On Fri, May 29, 2009 at 1:33 PM, Robert Fischer
<[hidden email]> wrote:
> Someone could make a fine little side-business on selling "Scala" keyboards!
>
I wonder how hard it would be to reprogram one function key to the be
the Unicode character for =>, another function key to be the Unicode
character for <-, and still another function key the Unicode character
for ->. That would make for a bit prettier code, and one could argue
it would make for more "functional" programming. Sorry about that last
one, but having some kind of downloadable file that would reprogram
function keys to make scala programming quicker might be useful.

Bill

> ~~ Robert.
>
> Miles Sabin wrote:
>>
>> On Fri, May 29, 2009 at 6:47 AM, Jorge Ortiz <[hidden email]>
>> wrote:
>>>
>>> And then it hit me. Maybe Swiss keyboards have much more convenient
>>> access
>>> to the "+ and +" key combinations needed to concatenate strings.
>>>
>>> I did a little research, and indeed, they do:
>>
>> I read this on the Metro on the way in to EPFL this morning and was a
>> little skeptical. But in the office I'm sitting in right now, one door
>> down from Martin's, there are two keyboards, one swiss, one generic,
>> and it is indeed exactly as you say: typing +" and "+ on the swiss
>> keyboard is a great deal easier on the swiss keyboard than on the
>> other.
>>
>> I'm not sure what layout Martin has on his laptop ... I'll find out
>> when he gets in.
>>
>> Cheers,
>>
>>
>> Miles
>>
>
> --
> ~~ Robert Fischer.
> Grails Training        http://GroovyMag.com/training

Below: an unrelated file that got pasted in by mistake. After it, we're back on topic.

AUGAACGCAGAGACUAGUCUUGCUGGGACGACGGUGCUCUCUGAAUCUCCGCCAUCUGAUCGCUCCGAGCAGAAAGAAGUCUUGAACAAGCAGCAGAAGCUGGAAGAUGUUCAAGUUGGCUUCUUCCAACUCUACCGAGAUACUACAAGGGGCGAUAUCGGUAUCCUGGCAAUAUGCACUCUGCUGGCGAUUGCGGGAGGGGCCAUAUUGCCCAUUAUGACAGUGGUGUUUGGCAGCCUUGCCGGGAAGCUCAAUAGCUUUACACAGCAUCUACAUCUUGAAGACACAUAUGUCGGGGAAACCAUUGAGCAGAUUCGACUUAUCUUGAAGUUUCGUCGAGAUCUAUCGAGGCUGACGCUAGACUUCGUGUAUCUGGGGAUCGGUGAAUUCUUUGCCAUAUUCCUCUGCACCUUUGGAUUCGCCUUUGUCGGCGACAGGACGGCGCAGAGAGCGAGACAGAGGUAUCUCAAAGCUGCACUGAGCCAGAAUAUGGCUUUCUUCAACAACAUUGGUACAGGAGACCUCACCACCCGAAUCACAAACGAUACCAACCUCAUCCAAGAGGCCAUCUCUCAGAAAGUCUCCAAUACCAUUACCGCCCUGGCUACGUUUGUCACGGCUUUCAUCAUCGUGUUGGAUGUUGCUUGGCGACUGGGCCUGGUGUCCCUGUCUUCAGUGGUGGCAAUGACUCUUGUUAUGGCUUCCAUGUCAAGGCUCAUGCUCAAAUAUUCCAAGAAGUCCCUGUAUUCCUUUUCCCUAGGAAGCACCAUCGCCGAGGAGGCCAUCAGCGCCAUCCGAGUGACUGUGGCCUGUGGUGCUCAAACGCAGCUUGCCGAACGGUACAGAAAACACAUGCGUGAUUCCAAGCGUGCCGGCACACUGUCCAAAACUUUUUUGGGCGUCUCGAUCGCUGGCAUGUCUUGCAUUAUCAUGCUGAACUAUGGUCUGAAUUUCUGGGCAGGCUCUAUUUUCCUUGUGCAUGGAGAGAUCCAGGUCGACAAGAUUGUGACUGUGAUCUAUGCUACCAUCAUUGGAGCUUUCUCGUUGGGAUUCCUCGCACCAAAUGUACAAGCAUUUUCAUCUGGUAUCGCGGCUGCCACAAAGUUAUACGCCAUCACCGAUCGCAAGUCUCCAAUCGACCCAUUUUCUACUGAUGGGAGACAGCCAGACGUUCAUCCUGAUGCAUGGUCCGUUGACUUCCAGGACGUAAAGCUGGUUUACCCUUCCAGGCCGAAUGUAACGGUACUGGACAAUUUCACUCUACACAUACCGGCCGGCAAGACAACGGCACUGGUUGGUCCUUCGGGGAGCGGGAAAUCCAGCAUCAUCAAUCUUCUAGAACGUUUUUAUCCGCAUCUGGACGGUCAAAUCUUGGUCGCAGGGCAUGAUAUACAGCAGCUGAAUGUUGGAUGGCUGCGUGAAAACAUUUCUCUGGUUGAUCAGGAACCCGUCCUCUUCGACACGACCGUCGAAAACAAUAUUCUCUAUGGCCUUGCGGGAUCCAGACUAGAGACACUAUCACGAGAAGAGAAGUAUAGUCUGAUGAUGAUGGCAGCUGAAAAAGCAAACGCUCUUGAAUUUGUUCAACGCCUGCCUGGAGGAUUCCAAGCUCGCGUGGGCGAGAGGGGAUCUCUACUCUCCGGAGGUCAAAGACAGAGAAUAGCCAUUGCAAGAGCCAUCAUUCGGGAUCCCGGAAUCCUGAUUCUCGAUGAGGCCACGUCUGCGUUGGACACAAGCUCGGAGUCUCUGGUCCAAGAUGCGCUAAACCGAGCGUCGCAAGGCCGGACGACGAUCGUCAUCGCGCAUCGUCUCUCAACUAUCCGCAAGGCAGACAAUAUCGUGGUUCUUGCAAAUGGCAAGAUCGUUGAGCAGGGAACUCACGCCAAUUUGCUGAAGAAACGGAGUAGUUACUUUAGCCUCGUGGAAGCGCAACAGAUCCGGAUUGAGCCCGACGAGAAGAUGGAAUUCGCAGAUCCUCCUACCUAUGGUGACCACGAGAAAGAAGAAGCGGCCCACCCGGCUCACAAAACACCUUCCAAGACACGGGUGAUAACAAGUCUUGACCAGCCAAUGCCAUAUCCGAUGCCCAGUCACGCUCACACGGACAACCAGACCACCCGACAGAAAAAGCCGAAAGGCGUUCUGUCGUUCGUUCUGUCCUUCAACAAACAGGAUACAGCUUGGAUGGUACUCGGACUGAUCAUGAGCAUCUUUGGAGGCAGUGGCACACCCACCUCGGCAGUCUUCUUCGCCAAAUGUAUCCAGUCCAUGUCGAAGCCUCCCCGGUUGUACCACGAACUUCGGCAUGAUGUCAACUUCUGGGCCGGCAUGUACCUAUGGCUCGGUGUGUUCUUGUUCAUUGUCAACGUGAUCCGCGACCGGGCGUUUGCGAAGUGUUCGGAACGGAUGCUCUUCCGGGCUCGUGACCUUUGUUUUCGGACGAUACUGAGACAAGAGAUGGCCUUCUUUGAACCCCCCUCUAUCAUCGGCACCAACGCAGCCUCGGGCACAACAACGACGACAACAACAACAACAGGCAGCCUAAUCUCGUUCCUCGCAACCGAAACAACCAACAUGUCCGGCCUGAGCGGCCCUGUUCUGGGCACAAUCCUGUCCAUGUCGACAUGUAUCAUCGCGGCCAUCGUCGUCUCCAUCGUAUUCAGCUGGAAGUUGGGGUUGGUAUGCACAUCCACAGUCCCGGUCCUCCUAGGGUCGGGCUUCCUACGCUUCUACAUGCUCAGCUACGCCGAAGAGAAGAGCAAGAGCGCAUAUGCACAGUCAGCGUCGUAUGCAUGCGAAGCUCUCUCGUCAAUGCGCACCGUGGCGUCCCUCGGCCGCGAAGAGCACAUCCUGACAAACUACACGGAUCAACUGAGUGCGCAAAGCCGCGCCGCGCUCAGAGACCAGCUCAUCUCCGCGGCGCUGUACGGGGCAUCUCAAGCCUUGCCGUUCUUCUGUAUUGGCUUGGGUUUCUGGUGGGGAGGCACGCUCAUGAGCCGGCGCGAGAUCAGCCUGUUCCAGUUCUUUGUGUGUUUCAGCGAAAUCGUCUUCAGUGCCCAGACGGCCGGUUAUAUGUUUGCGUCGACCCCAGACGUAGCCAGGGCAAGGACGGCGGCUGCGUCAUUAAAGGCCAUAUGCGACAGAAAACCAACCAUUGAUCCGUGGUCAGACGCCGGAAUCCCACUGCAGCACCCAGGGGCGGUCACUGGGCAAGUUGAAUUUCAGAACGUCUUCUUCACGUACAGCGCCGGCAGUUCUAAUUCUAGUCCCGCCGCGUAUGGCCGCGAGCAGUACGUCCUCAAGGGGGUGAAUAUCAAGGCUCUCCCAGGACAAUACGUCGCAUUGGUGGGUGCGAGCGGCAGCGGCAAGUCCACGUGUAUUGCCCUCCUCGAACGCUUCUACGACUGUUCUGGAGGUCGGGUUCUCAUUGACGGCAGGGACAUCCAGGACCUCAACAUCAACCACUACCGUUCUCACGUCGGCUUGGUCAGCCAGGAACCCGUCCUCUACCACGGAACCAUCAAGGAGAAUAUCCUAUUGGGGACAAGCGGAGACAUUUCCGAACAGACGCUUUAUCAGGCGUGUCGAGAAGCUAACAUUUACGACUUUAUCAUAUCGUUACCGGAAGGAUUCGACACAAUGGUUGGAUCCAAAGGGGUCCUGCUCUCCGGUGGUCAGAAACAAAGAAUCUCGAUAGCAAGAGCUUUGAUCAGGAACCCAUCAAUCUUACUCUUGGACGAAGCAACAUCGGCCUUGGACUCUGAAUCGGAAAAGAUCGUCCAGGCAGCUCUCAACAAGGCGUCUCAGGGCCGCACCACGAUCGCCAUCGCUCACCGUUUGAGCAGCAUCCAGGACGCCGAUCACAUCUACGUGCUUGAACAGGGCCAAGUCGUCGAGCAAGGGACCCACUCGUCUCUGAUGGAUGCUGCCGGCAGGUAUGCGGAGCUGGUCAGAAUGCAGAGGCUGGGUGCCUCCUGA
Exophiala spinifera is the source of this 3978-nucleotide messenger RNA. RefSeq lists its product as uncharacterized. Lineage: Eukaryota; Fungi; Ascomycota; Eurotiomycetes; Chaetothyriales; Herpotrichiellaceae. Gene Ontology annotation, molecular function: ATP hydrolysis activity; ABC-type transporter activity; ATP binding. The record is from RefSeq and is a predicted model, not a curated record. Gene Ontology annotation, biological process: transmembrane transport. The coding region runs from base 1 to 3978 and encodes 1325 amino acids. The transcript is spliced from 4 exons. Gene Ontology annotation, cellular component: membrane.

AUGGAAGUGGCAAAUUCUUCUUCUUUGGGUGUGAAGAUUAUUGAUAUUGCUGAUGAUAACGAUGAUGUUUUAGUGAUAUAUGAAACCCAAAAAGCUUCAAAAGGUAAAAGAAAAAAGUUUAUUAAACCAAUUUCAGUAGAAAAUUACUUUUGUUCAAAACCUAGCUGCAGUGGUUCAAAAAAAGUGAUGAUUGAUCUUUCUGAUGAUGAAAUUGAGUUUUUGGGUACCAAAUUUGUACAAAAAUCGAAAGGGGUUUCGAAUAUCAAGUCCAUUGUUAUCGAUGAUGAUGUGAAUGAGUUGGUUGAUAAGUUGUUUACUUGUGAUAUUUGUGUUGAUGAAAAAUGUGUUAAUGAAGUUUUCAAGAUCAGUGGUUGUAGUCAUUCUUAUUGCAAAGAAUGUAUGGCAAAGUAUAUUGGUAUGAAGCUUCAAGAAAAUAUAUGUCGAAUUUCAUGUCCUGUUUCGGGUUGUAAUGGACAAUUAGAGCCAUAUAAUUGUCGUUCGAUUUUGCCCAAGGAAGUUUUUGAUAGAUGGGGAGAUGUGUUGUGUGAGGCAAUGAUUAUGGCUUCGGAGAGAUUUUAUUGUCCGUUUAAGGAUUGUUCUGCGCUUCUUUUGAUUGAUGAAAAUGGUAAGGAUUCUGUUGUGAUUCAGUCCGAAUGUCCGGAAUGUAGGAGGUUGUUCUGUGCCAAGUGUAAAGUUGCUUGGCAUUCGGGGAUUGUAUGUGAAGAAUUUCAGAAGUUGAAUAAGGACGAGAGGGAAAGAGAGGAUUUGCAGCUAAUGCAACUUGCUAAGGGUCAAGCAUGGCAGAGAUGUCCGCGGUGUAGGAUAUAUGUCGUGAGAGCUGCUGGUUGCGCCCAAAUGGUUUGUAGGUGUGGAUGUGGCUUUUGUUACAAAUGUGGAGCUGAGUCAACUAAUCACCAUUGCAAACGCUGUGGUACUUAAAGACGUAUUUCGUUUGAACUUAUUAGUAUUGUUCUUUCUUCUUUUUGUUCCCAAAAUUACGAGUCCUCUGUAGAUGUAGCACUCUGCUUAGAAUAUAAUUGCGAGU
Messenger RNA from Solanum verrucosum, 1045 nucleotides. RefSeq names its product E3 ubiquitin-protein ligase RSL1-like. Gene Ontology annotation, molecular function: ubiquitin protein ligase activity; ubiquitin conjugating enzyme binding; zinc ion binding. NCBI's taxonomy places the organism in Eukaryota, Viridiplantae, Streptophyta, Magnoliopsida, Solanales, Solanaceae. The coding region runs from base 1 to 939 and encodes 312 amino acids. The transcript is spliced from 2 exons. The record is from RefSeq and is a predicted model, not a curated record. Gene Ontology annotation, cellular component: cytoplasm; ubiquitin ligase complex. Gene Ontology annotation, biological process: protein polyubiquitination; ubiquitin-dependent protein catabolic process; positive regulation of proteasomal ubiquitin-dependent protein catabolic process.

> Smokejumper Consulting http://SmokejumperIT.com
> Enfranchised Mind Blog http://EnfranchisedMind.com/blog
>
> Check out my book, "Grails Persistence with GORM and GSQL"!
> http://www.smokejumperit.com/redirect.html
>



--
Bill Venners
Artima, Inc.
http://www.artima.com
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Re: Why Martin hates string interpolation (Was: Re: Formatting Questions Summary)

Derek Chen-Becker-2
Bill Venners wrote:

> Hi All,
>
> On Fri, May 29, 2009 at 1:33 PM, Robert Fischer
> <[hidden email]> wrote:
>> Someone could make a fine little side-business on selling "Scala" keyboards!
>>
> I wonder how hard it would be to reprogram one function key to the be
> the Unicode character for =>, another function key to be the Unicode
> character for <-, and still another function key the Unicode character
> for ->. That would make for a bit prettier code, and one could argue
> it would make for more "functional" programming. Sorry about that last
> one, but having some kind of downloadable file that would reprogram
> function keys to make scala programming quicker might be useful.

I'm on Ubuntu and I put together a small keyboard layout that extends US
basic:

partial alphanumeric_keys
xkb_symbols "scala" {

    name[Group1]= "USA - Scala";

    include "us(basic)"

   key <AB08>  { [     comma,     less,  leftarrow,   leftarrow ] };
   key <AB09>  { [    period,  greater, rightarrow,   rightarrow ] };
   // Double right arrow
   key <AE12>  { [     equal,     plus,  0x10021D2,   0x10021D2 ] };
};

This should generally work on any Linux system using XKB, although
configuration may be distro-specific. On Linux, you can paste the above
text at the end of /usr/share/X11/xkb/symbols/us, then for Ubuntu >=
8.10, edit /usr/share/X11/xkb/rules/evdev.xml and find "olpc2". Insert
the following XML after the </variant> tag for olpc2:

        <variant>
          <configItem>
            <name>scala</name>
            <description>Scala Layout</description>
          </configItem>
        </variant>


Now, if you open the keyboard preferences and add a layout, there should
be a new one under United States called "USA Scala Layout". Kinda crude